If you are reading this, chances are that you are former Florida homeowner who has been notified that there are surplus funds available for you to claim after the recent Homeowners’ (HOA) and/or Condominium Owner’s (COA) Association foreclosure sale of your Florida property. Additionally, you may be considering filing a pro se homeowners’ claim to recover said surplus funds. However, I strongly recommend that you consult with an experienced Florida Foreclosure Surplus Funds Recovery Attorney prior to filing your pro se claim.
I recommend consulting with an attorney prior to filing your pro se claim because an experienced attorney can advise you of factors in your case that you may not be aware of such as a Subordinate Lienholder filing a competing claim. A Subordinate Lienholder is defined by Fla. Statute 45.032(1)(b) as “the holder of a subordinate lien shown on the face of the pleadings as an encumbrance on the property.” Meaning that if there were other parties served during your HOA or COA foreclosure action (such as a second mortgage, fence company, or construction company etc.), then they will also be able to file a claim for a portion, or even the entirety, of the surplus funds that are available based on the debt that is owed to them. However, it is important to know that Subordinate Lienholders must file a “timely claim” for them to receive a disbursement of the surplus funds at all. A timely claim for a Subordinate Lienholder is considered “one year after the sale…”, according to Fla. Statute 45.032(3)(b). Should a Subordinate Lienholder file a claim after the one-year deadline, then they will not be entitled to any portion of the surplus funds.
Moreover, should there be a competing claim filed by a Subordinate Lienholder in your case, then the Judge will require what is known as an “Evidentiary Hearing.” During the Evidentiary Hearing, the parties with the competing claims will be required to plead their case in front of a Judge and will have to explain why they believe they are entitled to a portion, or the entirety, of the surplus funds that are available. Upon hearing the arguments from all parties, the Judge will then determine, or rule, how the surplus funds should be disbursed to the parties whether it be a portion, the entirety, or even nothing at all.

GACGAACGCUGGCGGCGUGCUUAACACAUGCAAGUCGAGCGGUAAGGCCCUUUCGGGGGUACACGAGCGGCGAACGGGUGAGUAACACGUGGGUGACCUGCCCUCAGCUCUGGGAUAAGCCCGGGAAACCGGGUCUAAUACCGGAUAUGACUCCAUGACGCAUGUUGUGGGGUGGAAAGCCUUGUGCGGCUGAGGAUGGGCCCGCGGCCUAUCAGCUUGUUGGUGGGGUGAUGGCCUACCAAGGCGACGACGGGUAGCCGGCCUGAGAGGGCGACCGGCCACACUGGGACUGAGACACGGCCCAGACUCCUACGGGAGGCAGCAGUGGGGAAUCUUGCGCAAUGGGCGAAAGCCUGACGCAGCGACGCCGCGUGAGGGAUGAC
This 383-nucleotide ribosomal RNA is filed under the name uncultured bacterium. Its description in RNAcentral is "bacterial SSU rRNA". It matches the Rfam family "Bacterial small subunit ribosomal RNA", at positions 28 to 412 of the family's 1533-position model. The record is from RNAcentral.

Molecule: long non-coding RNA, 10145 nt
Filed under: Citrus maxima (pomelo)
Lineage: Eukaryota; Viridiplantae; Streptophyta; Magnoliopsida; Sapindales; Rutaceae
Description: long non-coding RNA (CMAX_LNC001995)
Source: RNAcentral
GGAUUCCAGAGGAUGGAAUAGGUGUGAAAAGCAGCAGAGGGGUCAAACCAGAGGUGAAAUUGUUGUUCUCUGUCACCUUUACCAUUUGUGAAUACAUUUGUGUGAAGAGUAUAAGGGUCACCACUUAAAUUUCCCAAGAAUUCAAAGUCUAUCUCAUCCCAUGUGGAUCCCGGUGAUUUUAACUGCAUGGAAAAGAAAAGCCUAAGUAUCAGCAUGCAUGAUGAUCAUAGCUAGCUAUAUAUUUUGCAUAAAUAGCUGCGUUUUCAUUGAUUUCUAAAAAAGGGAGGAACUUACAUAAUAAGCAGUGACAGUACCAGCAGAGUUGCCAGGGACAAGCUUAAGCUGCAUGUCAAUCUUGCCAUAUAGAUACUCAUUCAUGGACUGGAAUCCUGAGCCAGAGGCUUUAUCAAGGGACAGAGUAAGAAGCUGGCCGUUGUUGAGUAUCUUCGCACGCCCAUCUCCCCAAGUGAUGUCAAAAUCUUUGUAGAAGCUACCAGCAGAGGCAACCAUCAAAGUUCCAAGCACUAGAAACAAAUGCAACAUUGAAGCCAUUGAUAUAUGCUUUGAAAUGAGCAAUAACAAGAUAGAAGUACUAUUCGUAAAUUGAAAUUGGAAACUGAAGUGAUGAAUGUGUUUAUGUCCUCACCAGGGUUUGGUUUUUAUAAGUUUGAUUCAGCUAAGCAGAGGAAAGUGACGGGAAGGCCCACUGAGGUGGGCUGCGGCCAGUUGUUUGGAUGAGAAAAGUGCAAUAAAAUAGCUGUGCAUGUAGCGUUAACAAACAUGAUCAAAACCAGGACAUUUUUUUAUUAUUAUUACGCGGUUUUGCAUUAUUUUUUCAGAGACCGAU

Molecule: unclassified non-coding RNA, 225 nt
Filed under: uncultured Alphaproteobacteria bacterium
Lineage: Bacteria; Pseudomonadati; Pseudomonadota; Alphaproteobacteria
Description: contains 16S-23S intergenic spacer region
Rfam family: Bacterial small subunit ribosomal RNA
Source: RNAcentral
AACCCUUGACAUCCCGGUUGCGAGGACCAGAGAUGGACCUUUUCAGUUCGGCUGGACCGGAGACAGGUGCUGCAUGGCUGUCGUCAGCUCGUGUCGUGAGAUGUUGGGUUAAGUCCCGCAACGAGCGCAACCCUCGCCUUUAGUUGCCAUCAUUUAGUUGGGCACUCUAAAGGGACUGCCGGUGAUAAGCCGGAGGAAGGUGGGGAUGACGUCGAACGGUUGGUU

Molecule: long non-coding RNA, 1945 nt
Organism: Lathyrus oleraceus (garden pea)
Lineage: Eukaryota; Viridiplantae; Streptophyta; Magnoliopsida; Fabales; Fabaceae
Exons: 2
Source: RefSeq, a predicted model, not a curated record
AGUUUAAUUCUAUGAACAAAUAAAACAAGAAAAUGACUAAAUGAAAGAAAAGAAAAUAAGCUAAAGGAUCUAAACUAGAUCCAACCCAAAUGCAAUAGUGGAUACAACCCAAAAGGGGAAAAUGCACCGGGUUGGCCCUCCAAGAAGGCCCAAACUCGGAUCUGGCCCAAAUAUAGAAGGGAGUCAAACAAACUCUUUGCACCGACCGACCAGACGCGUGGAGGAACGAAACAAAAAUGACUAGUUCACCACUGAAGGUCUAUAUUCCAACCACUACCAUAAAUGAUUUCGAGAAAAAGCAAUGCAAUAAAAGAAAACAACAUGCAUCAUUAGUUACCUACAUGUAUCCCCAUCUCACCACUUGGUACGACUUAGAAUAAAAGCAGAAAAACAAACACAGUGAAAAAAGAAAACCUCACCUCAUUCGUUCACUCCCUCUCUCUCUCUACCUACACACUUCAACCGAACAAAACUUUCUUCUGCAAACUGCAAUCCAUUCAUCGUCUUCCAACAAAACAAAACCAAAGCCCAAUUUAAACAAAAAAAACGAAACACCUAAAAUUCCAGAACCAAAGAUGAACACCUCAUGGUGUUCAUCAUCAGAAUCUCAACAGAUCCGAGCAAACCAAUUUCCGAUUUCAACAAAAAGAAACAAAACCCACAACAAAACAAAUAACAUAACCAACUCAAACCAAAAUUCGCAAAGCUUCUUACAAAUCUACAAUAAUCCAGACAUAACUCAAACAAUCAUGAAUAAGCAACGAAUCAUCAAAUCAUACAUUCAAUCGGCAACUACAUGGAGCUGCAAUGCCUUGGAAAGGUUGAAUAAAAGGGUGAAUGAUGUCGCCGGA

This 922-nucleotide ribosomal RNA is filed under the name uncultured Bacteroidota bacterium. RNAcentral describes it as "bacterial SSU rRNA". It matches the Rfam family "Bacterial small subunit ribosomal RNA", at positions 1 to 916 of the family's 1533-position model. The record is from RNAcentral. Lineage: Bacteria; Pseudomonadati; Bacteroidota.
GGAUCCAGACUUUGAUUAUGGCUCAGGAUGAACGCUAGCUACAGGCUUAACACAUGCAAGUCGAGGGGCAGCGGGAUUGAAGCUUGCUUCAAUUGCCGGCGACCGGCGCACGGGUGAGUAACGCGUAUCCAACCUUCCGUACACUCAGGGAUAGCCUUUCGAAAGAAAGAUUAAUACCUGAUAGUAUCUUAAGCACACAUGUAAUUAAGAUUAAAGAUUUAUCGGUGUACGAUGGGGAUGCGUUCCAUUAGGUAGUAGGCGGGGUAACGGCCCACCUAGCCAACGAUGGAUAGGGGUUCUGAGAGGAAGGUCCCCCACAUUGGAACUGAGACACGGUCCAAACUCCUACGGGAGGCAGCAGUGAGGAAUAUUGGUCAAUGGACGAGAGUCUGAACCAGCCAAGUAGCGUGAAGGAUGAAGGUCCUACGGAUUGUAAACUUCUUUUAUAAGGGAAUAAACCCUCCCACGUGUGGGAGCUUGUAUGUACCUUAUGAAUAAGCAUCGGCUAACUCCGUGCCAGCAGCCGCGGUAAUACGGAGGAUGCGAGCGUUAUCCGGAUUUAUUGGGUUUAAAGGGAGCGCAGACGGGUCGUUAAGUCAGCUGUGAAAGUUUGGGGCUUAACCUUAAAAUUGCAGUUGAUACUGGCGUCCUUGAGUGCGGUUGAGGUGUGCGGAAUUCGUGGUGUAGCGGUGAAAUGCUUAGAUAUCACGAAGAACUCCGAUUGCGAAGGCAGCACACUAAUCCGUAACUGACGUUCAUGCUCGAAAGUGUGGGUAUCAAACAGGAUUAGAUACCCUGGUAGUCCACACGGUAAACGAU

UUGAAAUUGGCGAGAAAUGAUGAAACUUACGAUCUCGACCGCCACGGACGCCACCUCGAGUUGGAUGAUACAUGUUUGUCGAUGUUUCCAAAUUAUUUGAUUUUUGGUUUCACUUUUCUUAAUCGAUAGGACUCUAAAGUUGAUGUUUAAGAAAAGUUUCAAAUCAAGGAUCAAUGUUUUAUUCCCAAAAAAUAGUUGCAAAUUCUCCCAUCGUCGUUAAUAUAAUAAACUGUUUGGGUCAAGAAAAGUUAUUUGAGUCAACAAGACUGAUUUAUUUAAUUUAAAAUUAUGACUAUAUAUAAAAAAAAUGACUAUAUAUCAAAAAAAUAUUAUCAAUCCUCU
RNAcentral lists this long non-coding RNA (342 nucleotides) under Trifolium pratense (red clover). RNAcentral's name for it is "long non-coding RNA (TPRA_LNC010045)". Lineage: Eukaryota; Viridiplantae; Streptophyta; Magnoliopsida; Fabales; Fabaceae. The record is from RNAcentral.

As you can see, consulting with an experienced Florida foreclosure surplus funds attorney prior to filing a pro se homeowners’ claim to your foreclosure surplus funds can be fruitful. Furthermore, should you decide to hire an attorney to assist you with your claim they can often circumvent the need for an evidentiary hearing by coming to an agreement with the Subordinate Lienholder that has filed a competing claim, or in the alternative, argue as to why they should not receive any disbursement of the surplus funds that are available.
If you would like to speak with an experienced Florida foreclosure surplus funds recovery attorney regarding your claim, then please give me a call and I will personally give you a free consultation. During our consultation, I will confirm whether there are surplus funds available to be claimed as well as answer any questions that you may have. If there are surplus funds available to be claimed, then I will also provide you with a personalized strategy as to how we can assist you with the filing of your claim.
At Haynes Law Group, P.A., we have experienced Attorneys who are well-versed in the Florida statutes governing former Florida homeowners’ claims to Florida HOA and/or COA foreclosure surplus funds and have helped to claim millions of dollars for former Florida homeowners. We represent former homeowners all over the state of Florida no matter which county they are in and will work tirelessly to ensure that you receive the Gold Standard of Legal Service.